Legendary visual futurist and Art Center alumnus Syd Mead stopped by Art Center’s Ahmanson Auditorium last week as part of the Design Studio Press Spring Lecture Series.
The always entertaining Mead delivered a presentation to a packed house whose attendees included The Lord of the Rings visual effects director Paul Lasaine, Megamind concept artist Samuel Michlap and Tron: Legacy vehicle designer Daniel Simon.
Mead’s lecture traversed the history of the automobile (“My total contribution to Americana automobilia is the taillight of the Ford Falcoln Futura.”), the future of transportation (“Antigravity is the answer for designers who don’t like to draw wheels.”) and his favorite color (“Cherenkov radiation blue, a fascinating optical phenomenon.”).
He also touched on Blade Runner, his early work for Ford and U.S. Steel, his latest book Sentury II and why the future is so difficult to predict.
Here are some highlights from his presentation.
On creative control:
The idea of controlling your creative idea right to the final format? That will never happen. Or rarely. Your ideas will go through a series of committees, compromises and pummels every single time.
On doing things by hand:
I learned how to hand-letter at Art Center, and that was very good training for drawing perfect ellipses. I still use gouache, which is putting paint on cardboard with animal hairs at the end of a stick. I know that’s not very romantic, but it works. All of today’s rendering software and code is made deliberately to mimic the hand-drawn technique.
On the history of the automobile:
The automobile developed out of the industry that made carriages. Today you can buy a Cadillac V-Series Coupe with 556 horsepower to go the store. The history of the automobile is really a transition from something that didn’t go very fast to a streamlined and very sophisticated vehicle.
On auotmotive shapes:
I like cars that are horizontal because I’m old. Most cars today look like they’re in a panic stop their entire lives. I think that’s ridiculous. I don’t know why cars are moving towards boxes. Maybe because the average speed of the modern American city is about 25 miles per hour.
On job prospects for graduates:
The whole thing about graduating is that you’re not really guaranteed success. Over 2,000 years ago Socrates wrote, “Luck is opportunity meeting preparation.” And that’s what [you students] are doing.
On getting a raise:
$4,000 a year was the price of a new Cadillac in 1961, and what you got paid when you went to work for GM, Chrysler or Ford as a graduate from Art Center. So I was working at Ford for very little money, and then a company in Chicago [U.S. Steel], got a hold of my artwork and hired me. Over lunch, my pay went from $4,000 a year to $25,000 a year. So I could buy things that I needed, like Corvettes and a 10-bedroom house.
Where it’s AT-AT:
This [illustration] was done around 1964 for one of the U.S. Steel books. Does it look familiar to something from Star Wars? It’s a four-legged walking truck. Originally my idea was that it could serve the DEW Line in Northern Canada. It could walk or, using disc brake technology, you could lock it and swivel the wheels 90 degrees so you could roll and go much faster. It was a walking and rolling machine.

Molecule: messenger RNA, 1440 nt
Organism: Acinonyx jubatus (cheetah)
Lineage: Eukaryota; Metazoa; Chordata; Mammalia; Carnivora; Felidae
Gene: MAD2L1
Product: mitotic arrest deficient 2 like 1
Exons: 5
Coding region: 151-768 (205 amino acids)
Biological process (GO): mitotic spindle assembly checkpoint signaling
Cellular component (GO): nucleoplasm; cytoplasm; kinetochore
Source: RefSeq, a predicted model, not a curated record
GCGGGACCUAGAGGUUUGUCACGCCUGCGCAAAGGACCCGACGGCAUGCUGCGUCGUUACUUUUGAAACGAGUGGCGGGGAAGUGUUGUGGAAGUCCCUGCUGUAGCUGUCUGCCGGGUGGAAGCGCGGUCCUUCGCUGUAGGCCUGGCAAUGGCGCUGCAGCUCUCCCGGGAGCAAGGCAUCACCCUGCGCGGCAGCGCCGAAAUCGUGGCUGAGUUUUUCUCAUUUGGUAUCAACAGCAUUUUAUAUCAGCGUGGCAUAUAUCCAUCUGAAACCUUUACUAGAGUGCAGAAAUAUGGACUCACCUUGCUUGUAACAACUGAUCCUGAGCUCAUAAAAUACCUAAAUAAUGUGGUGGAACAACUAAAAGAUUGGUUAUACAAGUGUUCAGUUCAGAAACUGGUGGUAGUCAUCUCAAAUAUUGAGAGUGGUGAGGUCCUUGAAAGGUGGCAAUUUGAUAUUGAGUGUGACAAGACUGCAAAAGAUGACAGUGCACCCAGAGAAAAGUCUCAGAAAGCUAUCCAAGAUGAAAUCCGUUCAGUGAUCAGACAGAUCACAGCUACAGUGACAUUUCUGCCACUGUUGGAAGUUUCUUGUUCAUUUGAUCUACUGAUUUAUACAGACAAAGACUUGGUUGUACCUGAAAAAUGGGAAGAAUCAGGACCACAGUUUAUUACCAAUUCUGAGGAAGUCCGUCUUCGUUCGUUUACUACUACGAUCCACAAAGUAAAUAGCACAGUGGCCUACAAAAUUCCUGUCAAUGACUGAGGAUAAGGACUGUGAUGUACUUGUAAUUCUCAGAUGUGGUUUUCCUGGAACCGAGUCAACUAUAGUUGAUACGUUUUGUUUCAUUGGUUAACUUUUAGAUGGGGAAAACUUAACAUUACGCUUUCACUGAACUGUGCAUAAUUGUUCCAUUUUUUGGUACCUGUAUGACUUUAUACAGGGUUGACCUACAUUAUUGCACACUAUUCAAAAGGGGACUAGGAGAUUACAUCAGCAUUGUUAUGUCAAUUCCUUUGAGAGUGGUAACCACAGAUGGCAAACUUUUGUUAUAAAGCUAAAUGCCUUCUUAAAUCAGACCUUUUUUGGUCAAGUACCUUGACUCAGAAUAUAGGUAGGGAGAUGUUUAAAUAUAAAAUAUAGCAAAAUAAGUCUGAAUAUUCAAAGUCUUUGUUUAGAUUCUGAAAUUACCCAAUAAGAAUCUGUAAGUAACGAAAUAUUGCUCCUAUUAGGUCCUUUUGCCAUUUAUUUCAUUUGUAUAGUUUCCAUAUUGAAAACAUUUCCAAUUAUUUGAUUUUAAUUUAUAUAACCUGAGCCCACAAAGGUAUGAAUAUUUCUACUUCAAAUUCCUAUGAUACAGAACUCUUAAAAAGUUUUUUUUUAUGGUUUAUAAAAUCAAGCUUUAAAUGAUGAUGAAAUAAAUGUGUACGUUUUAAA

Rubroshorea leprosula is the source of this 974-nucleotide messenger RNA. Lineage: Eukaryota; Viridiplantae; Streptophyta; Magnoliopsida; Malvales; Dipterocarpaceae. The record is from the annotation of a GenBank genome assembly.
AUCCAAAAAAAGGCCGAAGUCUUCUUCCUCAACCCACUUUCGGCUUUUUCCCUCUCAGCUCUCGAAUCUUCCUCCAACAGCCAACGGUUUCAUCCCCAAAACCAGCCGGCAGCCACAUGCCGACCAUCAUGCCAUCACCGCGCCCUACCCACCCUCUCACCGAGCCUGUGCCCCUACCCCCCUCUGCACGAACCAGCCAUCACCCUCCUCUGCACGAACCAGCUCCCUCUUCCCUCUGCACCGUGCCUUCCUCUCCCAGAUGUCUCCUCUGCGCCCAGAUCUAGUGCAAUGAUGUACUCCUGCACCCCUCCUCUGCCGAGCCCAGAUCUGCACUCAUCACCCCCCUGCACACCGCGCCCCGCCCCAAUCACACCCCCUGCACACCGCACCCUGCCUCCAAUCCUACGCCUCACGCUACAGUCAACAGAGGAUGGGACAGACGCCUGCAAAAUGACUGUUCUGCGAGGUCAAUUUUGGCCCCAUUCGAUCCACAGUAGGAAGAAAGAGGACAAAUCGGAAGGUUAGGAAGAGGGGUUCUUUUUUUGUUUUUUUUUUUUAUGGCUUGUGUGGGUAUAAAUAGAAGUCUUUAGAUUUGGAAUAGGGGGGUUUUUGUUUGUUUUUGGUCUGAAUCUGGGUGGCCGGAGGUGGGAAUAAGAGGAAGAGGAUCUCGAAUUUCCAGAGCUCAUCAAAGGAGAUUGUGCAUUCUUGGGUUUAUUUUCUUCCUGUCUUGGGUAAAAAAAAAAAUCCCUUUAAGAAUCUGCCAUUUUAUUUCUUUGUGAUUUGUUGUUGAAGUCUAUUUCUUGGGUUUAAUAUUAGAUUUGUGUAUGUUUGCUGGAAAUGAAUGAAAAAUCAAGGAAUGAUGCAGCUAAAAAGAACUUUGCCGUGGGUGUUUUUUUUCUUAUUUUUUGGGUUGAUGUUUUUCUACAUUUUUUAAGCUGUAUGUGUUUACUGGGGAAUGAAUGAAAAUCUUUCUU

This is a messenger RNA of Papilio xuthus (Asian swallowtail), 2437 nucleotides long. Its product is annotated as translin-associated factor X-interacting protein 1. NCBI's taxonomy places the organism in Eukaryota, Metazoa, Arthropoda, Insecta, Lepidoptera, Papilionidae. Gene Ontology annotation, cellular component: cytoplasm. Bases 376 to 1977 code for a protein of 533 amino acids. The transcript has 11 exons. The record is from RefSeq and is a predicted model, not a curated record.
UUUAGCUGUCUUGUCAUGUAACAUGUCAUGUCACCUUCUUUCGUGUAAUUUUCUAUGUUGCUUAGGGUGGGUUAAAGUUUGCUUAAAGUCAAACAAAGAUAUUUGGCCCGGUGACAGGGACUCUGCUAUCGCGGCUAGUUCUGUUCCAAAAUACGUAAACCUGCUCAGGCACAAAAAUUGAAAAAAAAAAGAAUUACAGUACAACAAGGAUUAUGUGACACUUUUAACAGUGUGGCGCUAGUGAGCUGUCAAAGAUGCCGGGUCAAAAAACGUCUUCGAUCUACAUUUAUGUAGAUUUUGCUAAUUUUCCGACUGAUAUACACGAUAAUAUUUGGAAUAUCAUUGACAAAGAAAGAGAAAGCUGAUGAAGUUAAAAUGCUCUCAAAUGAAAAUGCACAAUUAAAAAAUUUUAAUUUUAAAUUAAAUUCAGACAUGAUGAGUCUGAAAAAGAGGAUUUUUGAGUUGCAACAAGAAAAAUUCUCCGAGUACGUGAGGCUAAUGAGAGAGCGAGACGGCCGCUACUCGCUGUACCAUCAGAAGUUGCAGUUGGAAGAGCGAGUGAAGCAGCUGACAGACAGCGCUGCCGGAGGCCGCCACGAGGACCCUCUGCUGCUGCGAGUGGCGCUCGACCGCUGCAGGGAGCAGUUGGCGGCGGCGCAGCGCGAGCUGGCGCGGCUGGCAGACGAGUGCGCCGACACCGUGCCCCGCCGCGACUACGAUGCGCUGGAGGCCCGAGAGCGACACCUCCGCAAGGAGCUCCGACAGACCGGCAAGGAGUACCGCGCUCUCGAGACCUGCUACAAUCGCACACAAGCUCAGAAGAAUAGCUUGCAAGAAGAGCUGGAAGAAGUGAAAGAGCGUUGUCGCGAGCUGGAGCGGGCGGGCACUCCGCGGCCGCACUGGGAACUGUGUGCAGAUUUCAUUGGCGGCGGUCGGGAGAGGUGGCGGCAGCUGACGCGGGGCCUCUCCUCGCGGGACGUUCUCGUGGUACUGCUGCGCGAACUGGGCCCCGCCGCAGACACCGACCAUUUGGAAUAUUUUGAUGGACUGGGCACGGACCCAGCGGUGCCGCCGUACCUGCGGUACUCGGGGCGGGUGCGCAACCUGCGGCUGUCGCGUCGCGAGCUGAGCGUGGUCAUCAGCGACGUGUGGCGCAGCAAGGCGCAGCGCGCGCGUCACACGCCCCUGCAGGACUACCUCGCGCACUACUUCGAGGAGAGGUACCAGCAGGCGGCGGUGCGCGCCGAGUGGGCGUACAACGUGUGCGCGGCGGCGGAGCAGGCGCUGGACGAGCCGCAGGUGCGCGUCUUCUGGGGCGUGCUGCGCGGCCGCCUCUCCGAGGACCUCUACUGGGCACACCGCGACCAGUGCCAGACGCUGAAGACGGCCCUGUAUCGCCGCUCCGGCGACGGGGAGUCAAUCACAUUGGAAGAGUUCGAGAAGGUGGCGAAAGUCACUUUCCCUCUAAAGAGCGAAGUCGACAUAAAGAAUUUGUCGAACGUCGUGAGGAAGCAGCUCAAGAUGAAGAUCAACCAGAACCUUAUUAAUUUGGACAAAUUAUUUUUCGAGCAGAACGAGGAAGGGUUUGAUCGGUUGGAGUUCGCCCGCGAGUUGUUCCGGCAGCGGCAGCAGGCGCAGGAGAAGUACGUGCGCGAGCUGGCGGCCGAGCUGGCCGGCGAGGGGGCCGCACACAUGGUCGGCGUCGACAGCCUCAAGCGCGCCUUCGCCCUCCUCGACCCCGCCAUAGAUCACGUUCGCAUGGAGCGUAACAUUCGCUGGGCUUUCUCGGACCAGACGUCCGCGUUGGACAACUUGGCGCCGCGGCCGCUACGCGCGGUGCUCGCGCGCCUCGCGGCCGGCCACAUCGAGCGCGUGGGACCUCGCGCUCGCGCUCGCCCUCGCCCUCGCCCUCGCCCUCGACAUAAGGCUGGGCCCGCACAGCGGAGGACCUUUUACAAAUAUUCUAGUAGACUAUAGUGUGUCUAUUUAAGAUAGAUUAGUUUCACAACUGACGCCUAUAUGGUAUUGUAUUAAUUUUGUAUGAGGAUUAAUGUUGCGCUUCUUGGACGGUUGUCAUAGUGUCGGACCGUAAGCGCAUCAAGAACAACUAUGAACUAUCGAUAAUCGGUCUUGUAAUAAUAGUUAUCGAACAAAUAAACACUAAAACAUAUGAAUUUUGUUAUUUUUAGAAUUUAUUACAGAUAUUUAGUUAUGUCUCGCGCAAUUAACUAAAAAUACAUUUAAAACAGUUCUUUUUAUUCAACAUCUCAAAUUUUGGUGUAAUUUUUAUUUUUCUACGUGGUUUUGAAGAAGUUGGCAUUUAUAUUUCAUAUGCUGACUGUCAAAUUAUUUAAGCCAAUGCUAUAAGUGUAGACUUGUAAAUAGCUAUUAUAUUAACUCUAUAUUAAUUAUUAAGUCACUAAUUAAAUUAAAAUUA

Just another job:
Blade Runner was the second film I worked on from the beginning. It was exciting, but for me it was just another job. I’d been doing corporate and commercial design work and illustration for probably a good 20 years before that. So it wasn’t, “Oh boy, I get to work on a movie!” It was just another job. And I tried to do it as well as possible.
Blade Runner alternate opening:
The original script was called Dangerous Days. Aren’t you glad they changed the name? Blade Runner had five openings. In the first one, the movie began with replicants being shoveled onto a long conveyer belt and into a furnace. I was in the meeting where director Ridley Scott said, “We really can’t do that.”
On assembling a visual style:
We called the visual style of Blade Runner retro deco. The other name was trash chique. The character of Sebastian was a tinkerer and he pieced together a vehicle from spare parts that you might find in a junkyard in 2019. So I had to make up what those things were. Like parts of turbines and so forth. His vehicle was junky, but it had a deliberately designed or manufactured look to it.
On the future:
Somebody asked me, “Mr. Mead, what do you think the future’s like?” Well, the future doesn’t start from zero. The future starts right now. We’re here already and we drag everything along with us. We have the whole history of human design, human experience, human preferences, and social order.
On predicting the future:
New technologies are hard to be predict because of breakthroughs. Breakthroughs are when something happens almost accidentally, which wasn’t a deliberate research goal. And that happens all time. What you’d like to think is that you can do stuff that’s future proof. And that was easier to do 50 years ago, trust me. Now everything is moving so fast. Today, we can print living cells, layer by layer. Eventually, we’ll be able to print lungs, hearts, kidneys, spleens, and livers as artificial organs based on your own DNA. So somewhere in Kansas there will be a big refrigerated warehouse, and when your heart goes bad, you’ll just order a new one. And that’s very, very possible.
The Design Studio Press Spring Lecture Series also gave students an opportunity to hear directly from illustrator and creature designer Terryl Whitlatch; concept artist, Art Center alumnus and former chair of the Entertainment Design Department, Scott Robertson; and graphic novel artist and illustrator Marcos Mateu-Mestre.
Stay tuned to the Dotted Line for an interview with Mead about Sentury II.